- Can-Am Series
- Drag Racing Films
- Formula 1 Films
- Other Films
- Promotional Films
- Road Tests
- Stock Car Films
1986 Spanish Grand Prix
1986 Spanish Grand Prix
1-DVD (99 Minutes)
This is the complete race as broadcast on LIVE TV.
There had not been a Spanish Grand Prix for five years. The local authorities in Jerez, a town
in the southern part of Spain, built a brand new track to get the Spanish Grand Prix back onto the
F1 circuit. Ayrton Senna was again on pole in his John Player Special Lotus ahead of the two Williams
cars of Nelson Piquet and Nigel Mansell. The McLarens of Alain Prost and Keke Rosberg were next ahead
of the Ligier of Rene Arnoux and the Benetton of Gerhard Berger. Ferrari was struggling with
Stefan Johansson 11th on the grid and Michele Alboreto 13th.
At the start Senna takes the lead, Nelson Piquet slips into second place, followed by Keke Rosberg and
Alain Prost, and then a slow starting Nigel Mansell in the Williams. But Mansell fought back and began to
charge past the field, and on the 39th lap he overtook Senna for the lead. Nigel then pulled out a four
second lead over Ayrton, but the Brazilian was not finished. Senna began to close back up on Mansell, with
Alain Prost hanging close to Senna. There was already some bad blood between Senna and Mansell, as at
the previous race in Brazil, Mansell went off into the tire barriers and accused Senna of blocking.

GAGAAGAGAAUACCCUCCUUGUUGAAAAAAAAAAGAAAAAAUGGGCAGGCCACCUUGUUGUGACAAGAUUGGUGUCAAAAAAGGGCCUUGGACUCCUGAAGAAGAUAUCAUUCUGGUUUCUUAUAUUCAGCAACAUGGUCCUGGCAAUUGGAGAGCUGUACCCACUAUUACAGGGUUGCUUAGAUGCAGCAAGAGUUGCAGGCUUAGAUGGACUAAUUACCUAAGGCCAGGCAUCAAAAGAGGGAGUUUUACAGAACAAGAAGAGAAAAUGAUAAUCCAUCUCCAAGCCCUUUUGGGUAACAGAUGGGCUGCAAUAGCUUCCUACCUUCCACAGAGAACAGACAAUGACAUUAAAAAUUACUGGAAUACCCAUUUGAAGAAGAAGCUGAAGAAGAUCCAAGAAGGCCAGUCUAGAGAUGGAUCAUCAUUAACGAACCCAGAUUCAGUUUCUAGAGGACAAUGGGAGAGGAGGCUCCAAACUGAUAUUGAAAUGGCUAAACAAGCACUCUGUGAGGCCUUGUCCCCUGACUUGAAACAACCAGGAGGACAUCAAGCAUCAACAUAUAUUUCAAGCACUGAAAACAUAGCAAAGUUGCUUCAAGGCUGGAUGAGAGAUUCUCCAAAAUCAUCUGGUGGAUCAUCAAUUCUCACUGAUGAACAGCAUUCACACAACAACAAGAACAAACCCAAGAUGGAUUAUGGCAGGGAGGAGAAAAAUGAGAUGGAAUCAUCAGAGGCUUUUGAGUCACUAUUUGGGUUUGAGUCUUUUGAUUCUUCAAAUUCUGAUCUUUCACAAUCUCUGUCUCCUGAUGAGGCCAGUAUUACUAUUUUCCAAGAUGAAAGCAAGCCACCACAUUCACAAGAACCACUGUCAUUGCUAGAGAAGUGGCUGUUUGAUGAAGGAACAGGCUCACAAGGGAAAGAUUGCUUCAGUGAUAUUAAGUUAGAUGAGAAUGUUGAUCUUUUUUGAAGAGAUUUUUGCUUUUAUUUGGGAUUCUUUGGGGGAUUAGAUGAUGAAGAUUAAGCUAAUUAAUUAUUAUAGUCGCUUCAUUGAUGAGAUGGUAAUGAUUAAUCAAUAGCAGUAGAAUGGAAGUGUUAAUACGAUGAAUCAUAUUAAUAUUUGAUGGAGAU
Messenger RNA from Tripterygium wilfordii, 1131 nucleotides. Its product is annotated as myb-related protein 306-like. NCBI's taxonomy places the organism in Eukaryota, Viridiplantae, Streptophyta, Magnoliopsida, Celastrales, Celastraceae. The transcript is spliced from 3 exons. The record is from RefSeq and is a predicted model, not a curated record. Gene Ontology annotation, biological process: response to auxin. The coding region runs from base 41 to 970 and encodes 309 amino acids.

With 10 laps to go, Senna challenged for the lead and forced Mansell to lift, which allowed a lurking Alain
Prost to sneak into second place. Mansell decided to go for a desperate gamble, and pitted for fresh
tires with only 9 laps to go. When he emerged from the pits, he was 20 secs behind Senna. Mansell
showed all of his skill as he carved into Senna’s lead at a rate of four seconds per lap. But ahead of him
was Alain Prost, who was not going to give up second place easily. Mansell overtakes Prost, but in the
process he has a slow lap, and loses a little ground to Senna. On the final lap, Mansell was only 1.5 seconds
behind Senna. The final lap was epic, and the cars crossed the finish line side-by-side, the victory going
to Senna by only a .014 margin, the second closest finish in F1 history.
Quality is just “good” on this race (not excellent), a bit grainy, but complete, and one of the rare races
from the 1986 season. Excellent commentary (as usual) by Murray Walker and James Hunt.